Nothing in the text or history of the Takings Clause, or our precedents, suggests that the rule is any different when it comes to appropriation of personal property. The Government has a categorical duty to pay just compensa­tion when it takes your car, just as when it takes your home. (citations omitted)

There are some other nuggets in the opinion, including a riff on the government’s contention that raisin farmers, to avoid the Raisin Administrative Committee’s attentions, could simply sell wine: “ ‘Let them sell wine’ is probably not much more comfortable to the raisin growers than similar retorts have been to others throughout history.” Moreover, “[r]aisins are not like oysters: they are private property – the fruit of the growers’ labor – not “public things subject to the absolute control of the state.”

In any event, thus the Hornes’ multi-year fight against the U.S. Department of Agriculture ends in a definitive ruling that the USDA cannot assess them nearly half a million dollars for the value of the raisins they refused to relinquish (nor a $200,000 civil penalty that added insult to injury). Let’s not forget that this epochal battle involved two trips to the Supreme Court, where the government only got one of a possible 18 votes.

For more background on the case, see Trevor Burrus’s commentary when we filed our brief. For early reaction to the ruling, see Ilya Somin’s post at the Volokh Conspiracy.

Yesterday’s Supreme Court ruling regarding Confederate-flag license plates isn’t the last word on First Amendment protection for “offensive” speech. Indeed, it doesn’t even resolve all the issues related to government-insinuated expression. One case working its way through the lower courts regarding a controversial trademark – but not this one! – illustrates some of the pitfalls inherent in allowing the government to act as censor, for whatever reason.

A musician named Simon Tam wanted to “take back” and “own” what had previously been used as an ethnic slur by calling his Asian-American rock band “The Slants.” The Patent and Trademark Office found that this trademark was disparaging to Asians, however, so refused to register it under § 2(a) of the Lanham Act. This provision says, among other things, that the PTO may refuse to register a trademark that “[c]onsists of … matter which may disparage … persons, living or dead, institutions, beliefs, or national symbols, or bring them into contempt, or disrepute.”

This refusal to register the trademark was affirmed by a three-judge panel of the U.S. Court of Appeals for the Federal Circuit. But then the entire Federal Circuit—without being asked!—decided to erase that decision and consider whether § 2(a), or at least its application here, violates the First Amendment.

Cato and the Rutherford Institute have filed a brief supporting Tam’s trademark petition at this expanded appellate stage.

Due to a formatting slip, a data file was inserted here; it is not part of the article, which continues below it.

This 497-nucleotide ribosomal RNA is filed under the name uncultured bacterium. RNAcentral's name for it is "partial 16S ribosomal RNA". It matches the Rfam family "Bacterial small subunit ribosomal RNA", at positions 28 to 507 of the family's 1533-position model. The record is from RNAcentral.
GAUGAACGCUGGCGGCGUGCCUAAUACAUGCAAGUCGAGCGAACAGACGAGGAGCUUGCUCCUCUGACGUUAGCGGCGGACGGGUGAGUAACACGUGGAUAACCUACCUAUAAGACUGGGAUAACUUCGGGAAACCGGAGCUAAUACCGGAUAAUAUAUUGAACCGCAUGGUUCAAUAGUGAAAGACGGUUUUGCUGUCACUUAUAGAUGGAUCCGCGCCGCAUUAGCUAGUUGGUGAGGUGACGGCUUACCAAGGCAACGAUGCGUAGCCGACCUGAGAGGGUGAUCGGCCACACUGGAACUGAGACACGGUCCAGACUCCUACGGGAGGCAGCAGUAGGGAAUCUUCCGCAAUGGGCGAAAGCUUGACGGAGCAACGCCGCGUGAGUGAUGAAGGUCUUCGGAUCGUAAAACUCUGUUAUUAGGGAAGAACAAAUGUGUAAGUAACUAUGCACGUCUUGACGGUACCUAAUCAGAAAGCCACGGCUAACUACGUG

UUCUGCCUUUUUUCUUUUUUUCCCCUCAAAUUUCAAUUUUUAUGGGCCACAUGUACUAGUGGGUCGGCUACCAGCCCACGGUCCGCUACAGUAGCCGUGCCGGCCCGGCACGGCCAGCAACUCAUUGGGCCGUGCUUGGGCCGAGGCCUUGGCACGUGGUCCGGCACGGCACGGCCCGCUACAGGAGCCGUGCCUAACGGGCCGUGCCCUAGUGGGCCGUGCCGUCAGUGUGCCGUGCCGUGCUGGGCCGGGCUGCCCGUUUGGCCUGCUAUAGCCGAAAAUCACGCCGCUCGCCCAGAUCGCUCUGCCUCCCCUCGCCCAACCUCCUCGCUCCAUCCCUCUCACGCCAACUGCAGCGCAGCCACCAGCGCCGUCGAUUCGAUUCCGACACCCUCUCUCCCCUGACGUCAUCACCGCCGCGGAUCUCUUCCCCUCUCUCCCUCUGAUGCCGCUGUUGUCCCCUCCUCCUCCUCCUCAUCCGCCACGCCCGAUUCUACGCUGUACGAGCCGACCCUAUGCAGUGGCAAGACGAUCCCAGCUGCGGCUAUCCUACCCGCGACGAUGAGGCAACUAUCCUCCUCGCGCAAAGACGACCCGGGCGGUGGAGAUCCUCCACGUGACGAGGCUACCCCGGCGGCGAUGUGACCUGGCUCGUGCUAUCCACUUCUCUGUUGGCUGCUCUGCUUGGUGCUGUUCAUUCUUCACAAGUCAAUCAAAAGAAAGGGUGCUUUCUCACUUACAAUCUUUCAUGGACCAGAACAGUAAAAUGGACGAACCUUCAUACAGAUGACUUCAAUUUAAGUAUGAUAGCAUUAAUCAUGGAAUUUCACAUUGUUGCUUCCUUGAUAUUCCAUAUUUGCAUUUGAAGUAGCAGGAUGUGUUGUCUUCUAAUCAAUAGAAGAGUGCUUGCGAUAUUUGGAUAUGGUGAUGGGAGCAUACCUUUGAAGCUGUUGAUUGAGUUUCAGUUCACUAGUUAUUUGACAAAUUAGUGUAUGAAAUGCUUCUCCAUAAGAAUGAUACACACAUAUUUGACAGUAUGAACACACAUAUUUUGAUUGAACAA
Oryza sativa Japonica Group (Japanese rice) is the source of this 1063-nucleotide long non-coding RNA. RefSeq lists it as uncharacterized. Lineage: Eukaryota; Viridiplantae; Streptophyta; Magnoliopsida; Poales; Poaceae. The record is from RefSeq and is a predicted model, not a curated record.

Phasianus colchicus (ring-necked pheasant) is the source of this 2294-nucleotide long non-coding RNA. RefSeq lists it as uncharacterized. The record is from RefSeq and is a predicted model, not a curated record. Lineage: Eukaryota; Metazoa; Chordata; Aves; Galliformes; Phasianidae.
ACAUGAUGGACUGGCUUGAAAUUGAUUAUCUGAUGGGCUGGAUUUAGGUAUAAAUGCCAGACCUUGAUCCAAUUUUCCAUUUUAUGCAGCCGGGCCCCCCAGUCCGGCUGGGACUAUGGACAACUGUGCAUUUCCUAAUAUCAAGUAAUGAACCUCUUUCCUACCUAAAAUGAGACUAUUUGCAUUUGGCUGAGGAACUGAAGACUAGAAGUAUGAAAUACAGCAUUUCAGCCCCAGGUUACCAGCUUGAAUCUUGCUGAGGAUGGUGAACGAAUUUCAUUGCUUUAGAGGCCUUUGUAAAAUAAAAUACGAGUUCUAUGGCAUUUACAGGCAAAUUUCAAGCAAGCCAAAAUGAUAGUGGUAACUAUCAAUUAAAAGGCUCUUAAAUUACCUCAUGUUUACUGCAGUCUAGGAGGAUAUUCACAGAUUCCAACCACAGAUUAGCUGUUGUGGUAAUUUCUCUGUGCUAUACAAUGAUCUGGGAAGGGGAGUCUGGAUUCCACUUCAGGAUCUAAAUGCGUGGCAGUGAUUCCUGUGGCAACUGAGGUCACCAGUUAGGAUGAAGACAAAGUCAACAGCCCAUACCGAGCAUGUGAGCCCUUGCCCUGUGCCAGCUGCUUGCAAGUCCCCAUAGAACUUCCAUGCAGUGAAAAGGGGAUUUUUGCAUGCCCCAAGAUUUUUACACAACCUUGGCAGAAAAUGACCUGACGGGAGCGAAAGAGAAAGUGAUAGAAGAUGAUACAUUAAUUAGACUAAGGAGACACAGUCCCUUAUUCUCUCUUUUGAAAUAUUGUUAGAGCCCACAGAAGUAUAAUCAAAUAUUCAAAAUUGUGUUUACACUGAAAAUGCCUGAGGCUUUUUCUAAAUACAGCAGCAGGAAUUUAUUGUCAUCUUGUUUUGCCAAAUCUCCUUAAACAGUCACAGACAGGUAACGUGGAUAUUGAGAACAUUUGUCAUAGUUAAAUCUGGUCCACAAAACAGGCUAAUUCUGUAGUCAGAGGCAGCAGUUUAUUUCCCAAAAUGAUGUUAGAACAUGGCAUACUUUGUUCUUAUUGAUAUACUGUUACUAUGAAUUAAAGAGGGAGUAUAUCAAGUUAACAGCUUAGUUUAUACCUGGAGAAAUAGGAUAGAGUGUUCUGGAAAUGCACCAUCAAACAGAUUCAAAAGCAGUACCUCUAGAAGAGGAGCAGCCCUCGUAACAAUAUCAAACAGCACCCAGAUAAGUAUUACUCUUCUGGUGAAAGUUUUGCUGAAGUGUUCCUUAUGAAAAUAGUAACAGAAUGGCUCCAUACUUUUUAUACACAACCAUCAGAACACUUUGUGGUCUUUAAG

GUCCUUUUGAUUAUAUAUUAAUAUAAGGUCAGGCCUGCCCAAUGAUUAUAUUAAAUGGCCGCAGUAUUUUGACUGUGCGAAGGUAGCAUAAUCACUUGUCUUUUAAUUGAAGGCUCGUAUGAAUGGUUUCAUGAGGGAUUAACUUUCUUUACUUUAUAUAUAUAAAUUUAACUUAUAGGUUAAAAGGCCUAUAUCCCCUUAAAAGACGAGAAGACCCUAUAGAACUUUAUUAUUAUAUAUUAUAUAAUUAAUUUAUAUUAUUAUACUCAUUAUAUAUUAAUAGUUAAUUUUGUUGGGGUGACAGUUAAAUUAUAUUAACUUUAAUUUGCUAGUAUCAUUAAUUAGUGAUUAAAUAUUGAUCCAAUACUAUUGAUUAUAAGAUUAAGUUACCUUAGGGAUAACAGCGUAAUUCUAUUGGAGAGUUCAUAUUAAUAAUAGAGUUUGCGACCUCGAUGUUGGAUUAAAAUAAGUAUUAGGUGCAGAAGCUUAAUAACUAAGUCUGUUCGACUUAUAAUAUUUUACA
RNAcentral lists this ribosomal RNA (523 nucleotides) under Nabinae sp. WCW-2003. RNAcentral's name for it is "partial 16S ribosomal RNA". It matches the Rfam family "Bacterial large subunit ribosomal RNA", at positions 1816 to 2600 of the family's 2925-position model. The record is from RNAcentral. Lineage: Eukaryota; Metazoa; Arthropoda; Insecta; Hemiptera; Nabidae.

Registration, although not required to use a particular logo or other mark, provides a variety of benefits, such as the assumption of nationwide notice, extra damages and attorney fees during litigation, and other intellectual property-related advantages. But § 2(a) conditions these benefits on not using expressions with which the government disagrees, which is clear viewpoint discrimination. The government’s position effectively gives pride of place to hypothetical people who may be hypothetically offended—but even offensive speech is protected by the First Amendment and courts have prohibited the use of a heckler’s veto to allow the restriction of protected speech.

Because the Trademark Office’s action directly burdens speech, to sustain it, the government needs to a show that it’s the only way to achieve a compelling interest. But even if the putative trademark were considered to be purely commercial speech—which currently enjoys less constitutional protection than other kinds—the registration-rejection would still fail because people can use the mark without registration (i.e., it’s not fraudulent or misleading). And nobody is saying that registering a trademark represents government speech or even government endorsement of private speech.

In short, limiting Tam’s ability to enjoy all the fruits of his trademark because the government thinks the band’s name is lame violates the First Amendment. The Federal Circuit should let The Slants rock on!

Contrasting Chinese and American perspectives were on display at the recent Shangri-La Dialogue, during which Defense Secretary Ashton Carter challenged Beijing over its island expansion program. Privately the possibility of war has emerged as a serious topic in Washington. Both nations should draw back from their increasingly dangerous game of chicken.

China’s territorial claims involve a complex mix of control, historical practice, international law, and treaty. In the view of most observers, Beijing’s claims are extravagant. Yet they are not unprecedented.